Last updated 5th May 2022
The COVID 19 pandemic has brought unique and significant challenges to our community, we have responded by taking the best steps we know to meet those challenges and manage the unknown. With cautious optimism the situation is changing and we are now looking ahead to what life with an endemic coronavirus virus may look like.
As restrictions are slowly relaxing and we are opening up locally as well as internationally social interactions and lack of restrictions can cause anxiety. If you find yourself struggling we encourage you to reach out we are here to support you.
At Counselling Online we are continuing to adapt our resources to help you as we all build hope and negotiate the cycles and stages of recovery. Remember, if you find yourself in a lapse and need support our counsellors are available on webchat 24/7, or you can call the National Alcohol and Other Drug Hotline 1800 250 015 to speak to someone in your state.
Whilst we have strengthened our resilience and are keen to move on from the last couple of years, it is important to remain alert and aware of the most up-to-date advice. We suggest as you are venturing out and reconnecting with your social circles you minimise the sources of information to help you keep a clear view of the situation, the Commonwealth and State Government websites are the best sources for valid, up to date information.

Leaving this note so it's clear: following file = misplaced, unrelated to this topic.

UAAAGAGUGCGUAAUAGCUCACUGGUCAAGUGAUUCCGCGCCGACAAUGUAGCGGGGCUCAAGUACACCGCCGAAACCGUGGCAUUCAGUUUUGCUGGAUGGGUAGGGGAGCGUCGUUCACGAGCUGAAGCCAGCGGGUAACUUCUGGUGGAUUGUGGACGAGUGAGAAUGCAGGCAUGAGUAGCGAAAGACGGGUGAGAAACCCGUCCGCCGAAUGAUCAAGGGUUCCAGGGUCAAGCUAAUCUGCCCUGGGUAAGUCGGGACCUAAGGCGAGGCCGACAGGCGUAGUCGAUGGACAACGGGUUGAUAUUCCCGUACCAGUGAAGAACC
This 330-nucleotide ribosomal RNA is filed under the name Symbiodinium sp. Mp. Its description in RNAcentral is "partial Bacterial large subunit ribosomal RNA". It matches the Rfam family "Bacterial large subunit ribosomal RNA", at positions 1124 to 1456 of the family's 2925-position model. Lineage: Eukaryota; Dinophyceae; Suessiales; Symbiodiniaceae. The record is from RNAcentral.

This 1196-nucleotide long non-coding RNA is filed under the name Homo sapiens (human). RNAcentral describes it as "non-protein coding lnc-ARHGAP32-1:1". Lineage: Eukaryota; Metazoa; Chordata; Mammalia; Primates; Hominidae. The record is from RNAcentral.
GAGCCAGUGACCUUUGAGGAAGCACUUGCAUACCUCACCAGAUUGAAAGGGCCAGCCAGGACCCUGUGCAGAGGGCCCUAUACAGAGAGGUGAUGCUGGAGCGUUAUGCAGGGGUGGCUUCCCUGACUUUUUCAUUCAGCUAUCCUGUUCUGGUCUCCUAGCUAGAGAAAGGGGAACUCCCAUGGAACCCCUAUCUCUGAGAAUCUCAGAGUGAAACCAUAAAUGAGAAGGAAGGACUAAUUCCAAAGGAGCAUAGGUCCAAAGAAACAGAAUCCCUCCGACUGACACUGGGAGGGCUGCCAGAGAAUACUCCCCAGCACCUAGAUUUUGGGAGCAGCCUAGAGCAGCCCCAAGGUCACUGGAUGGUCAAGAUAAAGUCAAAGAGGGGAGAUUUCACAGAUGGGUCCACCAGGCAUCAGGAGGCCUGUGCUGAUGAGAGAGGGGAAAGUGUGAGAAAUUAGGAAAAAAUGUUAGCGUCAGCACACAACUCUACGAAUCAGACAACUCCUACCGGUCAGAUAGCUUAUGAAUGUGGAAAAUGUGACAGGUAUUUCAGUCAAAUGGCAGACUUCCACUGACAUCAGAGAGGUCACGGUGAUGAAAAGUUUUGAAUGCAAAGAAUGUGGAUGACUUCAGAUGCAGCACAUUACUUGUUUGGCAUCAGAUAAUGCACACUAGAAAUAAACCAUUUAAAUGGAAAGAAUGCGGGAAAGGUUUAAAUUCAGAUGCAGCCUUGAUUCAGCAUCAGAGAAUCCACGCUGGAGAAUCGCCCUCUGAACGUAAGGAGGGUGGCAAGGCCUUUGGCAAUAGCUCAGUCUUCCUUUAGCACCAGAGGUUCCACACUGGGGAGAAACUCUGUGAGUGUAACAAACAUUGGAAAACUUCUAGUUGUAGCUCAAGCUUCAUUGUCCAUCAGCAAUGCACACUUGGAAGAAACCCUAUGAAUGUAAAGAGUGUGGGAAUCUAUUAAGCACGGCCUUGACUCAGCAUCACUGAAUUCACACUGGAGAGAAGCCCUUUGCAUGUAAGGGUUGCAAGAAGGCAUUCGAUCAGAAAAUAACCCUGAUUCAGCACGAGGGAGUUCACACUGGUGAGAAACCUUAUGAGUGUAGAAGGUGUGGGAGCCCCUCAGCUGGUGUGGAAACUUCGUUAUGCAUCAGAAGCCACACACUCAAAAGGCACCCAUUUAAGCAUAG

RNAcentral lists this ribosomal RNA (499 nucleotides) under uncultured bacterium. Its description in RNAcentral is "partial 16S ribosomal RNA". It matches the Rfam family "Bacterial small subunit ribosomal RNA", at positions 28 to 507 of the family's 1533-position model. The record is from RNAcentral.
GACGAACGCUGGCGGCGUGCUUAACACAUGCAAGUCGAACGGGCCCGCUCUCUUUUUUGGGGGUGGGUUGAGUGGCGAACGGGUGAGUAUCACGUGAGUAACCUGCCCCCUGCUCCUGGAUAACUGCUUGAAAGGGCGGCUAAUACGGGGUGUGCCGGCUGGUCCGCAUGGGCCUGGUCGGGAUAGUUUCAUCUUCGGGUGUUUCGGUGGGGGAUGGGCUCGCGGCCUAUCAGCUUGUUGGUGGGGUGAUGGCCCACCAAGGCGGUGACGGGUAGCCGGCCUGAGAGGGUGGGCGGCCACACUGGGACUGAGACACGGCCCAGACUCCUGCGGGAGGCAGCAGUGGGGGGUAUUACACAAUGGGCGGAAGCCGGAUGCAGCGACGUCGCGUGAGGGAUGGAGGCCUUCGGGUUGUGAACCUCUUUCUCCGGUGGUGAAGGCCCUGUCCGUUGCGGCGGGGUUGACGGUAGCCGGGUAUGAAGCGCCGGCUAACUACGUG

As always we know practising harm minimisation e.g. using sterile equipment, managing dose etc. reduces the associated risks for people who use drugs and drink alcohol. With the increased risks presented by COVID-19 (it greatly affects respiratory function) it is additionally important that you continue to look after yourself.
Early during the pandemic, we asked an expert to share some tips for harm minimisation, if you haven’t already take a look at some clear, simple advice for aimed at people who use substances.
You can find useful tips and advice from local harm minimisation services below:
With restrictions easing and accessibility increasing the risks associated with harm and overdose go up. Take care of yourself and those close to you, if you are in a situation where someone is overdosing, try to remain calm, call 000 – emergency services are there to help.
Heroin and other opioids are responsible for more than half of the fatal overdoses in Australia each year, learn about the symptoms to watch out for.
Naloxone is an opioid-inhibitor that is frequently used to reverse overdoses, and is becoming more widely available throughout Australia. It’s a good idea to arrange to get some naloxone now, just to have on hand.
For people who regularly use (or are trying not to use) alcohol and other drugs, the prolonged isolation presented unique challenges.
People who use substances may find that they experience symptoms of withdrawal if they stop suddenly. Withdrawal can be dangerous, if you are concerned about you or someone else, contact your GP or chat to one of our counsellors.
Here are some resources to help you learn more:
Here are some external sites that also have helpful information: